ABUJA (Reuters) – Nigeria is advising its sub-regions to limit public gatherings, close bars and night clubs over the next five weeks amid a spike in new COVID-19 cases, a government coronavirus task force said on Monday.
Africa’s most populous nation could be on the verge of a second wave of the novel coronavirus with the number of confirmed cases rising within communities over the last few weeks.
Lagos, Nigeria’s commercial capital, Abuja and northern state of Kaduna have emerged as new epicenters with over 70% of confirmed cases, said Boss Mustapha, chairman of the presidential task force for COVID-19, who is the country’s most senior civil servant.
The proportion of positive tests for the virus has increased since the second week of December, linking the spread to large gatherings and poor compliance with face mask, he added.
The statement advised states to limit meeting capacity of churches and mosques while pubs and event centers should be closed. The regions should enforce face mask use in public.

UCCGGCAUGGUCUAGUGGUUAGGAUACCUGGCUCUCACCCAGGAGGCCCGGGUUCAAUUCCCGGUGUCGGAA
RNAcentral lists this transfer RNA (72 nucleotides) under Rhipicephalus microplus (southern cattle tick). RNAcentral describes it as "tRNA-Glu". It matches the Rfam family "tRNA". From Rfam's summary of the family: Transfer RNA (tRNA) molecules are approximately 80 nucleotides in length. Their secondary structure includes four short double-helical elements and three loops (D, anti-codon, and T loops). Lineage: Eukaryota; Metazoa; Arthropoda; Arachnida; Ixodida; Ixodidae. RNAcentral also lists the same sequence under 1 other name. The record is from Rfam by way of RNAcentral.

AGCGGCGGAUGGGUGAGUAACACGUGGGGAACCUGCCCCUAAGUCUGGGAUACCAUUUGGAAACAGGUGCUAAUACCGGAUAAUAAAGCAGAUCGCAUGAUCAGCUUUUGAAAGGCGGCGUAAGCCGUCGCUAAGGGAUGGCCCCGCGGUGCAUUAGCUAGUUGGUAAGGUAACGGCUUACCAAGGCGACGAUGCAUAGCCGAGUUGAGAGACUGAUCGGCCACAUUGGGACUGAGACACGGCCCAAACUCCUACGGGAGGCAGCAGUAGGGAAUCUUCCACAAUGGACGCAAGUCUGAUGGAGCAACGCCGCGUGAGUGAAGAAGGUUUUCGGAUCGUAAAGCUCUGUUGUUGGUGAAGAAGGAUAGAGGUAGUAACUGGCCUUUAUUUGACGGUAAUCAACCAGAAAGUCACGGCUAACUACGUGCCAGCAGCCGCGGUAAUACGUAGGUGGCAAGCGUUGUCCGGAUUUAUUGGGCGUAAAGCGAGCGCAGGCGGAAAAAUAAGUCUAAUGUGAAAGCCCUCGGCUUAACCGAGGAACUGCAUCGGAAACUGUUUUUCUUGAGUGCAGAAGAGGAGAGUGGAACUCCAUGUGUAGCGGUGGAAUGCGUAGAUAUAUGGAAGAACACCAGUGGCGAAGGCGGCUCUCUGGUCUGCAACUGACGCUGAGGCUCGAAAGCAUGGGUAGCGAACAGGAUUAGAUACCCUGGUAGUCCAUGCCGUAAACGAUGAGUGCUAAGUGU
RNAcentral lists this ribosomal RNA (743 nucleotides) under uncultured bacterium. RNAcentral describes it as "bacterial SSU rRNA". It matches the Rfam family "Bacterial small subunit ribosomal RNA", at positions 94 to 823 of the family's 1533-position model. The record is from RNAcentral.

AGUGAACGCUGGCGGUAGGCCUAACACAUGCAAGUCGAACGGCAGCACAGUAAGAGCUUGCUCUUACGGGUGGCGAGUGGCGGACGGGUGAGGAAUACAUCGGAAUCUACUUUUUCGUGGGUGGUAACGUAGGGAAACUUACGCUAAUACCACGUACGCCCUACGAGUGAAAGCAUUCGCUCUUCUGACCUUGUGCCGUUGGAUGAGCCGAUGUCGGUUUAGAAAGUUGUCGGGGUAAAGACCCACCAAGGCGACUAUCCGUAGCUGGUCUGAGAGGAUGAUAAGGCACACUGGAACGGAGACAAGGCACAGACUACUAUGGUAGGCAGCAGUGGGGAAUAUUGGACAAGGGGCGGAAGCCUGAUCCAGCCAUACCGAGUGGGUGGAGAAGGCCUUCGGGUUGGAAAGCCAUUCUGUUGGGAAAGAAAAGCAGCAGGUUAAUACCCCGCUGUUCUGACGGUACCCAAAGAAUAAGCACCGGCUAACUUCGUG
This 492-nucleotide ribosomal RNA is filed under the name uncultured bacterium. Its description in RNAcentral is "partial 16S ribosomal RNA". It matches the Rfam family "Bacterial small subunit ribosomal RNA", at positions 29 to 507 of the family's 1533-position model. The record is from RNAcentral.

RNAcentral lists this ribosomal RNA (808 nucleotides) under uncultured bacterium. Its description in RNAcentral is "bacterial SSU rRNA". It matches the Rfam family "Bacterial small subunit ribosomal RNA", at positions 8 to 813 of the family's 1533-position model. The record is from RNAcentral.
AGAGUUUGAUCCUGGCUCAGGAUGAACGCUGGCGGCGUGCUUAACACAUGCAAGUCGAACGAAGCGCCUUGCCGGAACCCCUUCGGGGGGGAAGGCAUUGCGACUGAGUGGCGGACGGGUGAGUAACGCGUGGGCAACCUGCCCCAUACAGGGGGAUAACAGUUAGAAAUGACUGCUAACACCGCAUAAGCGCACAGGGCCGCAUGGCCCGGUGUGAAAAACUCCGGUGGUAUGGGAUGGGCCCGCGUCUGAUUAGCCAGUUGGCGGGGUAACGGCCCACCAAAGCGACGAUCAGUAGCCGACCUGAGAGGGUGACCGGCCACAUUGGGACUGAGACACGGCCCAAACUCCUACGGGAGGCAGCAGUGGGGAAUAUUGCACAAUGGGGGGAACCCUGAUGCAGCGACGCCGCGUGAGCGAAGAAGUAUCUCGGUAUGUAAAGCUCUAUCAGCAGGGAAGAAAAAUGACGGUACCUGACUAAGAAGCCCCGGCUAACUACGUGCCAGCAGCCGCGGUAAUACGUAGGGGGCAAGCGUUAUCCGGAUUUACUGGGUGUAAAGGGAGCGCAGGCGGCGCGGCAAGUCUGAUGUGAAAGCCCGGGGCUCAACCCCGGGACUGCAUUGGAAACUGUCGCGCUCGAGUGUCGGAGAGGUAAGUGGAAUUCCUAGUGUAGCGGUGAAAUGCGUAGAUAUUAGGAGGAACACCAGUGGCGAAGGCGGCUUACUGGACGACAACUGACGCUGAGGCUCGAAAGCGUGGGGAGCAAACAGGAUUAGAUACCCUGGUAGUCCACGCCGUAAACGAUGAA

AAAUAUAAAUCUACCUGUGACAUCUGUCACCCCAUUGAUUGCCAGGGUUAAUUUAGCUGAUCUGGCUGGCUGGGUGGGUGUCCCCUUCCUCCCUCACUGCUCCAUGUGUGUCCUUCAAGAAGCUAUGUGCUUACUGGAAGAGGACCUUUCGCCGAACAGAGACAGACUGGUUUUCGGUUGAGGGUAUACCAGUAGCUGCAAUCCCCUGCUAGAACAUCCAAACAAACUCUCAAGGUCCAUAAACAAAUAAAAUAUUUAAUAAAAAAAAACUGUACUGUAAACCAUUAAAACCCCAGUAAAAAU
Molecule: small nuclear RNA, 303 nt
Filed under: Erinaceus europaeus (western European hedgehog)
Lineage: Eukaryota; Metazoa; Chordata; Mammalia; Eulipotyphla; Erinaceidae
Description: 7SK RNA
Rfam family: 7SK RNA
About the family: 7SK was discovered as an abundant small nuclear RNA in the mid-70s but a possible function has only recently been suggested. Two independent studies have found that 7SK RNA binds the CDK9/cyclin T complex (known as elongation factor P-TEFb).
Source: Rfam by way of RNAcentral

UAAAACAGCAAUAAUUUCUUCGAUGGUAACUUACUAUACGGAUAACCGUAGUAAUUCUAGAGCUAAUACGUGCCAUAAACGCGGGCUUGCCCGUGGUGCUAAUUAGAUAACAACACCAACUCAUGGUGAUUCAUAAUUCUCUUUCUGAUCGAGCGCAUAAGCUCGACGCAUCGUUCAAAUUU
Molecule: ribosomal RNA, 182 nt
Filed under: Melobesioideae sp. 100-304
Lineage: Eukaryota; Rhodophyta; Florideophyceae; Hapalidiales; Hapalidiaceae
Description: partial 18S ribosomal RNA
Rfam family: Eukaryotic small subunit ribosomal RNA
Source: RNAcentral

Nigeria, runs a federal system of government and local governments have the legal structure and enforcement to manage the pandemic within their jurisdictions, the statement said.
Lagos has ordered schools to shut indefinitely and banned concerts, carnivals and street parties and asked certain civil servants to work from home amid a spike in new COVID-19 cases.
The statement said the government was discussing restricting international travels to countries where a new strain of the coronavirus had been discovered.
(Reporting by Felix Onuah; Writing by Chijioke Ohuocha; Editing by Richard Chang)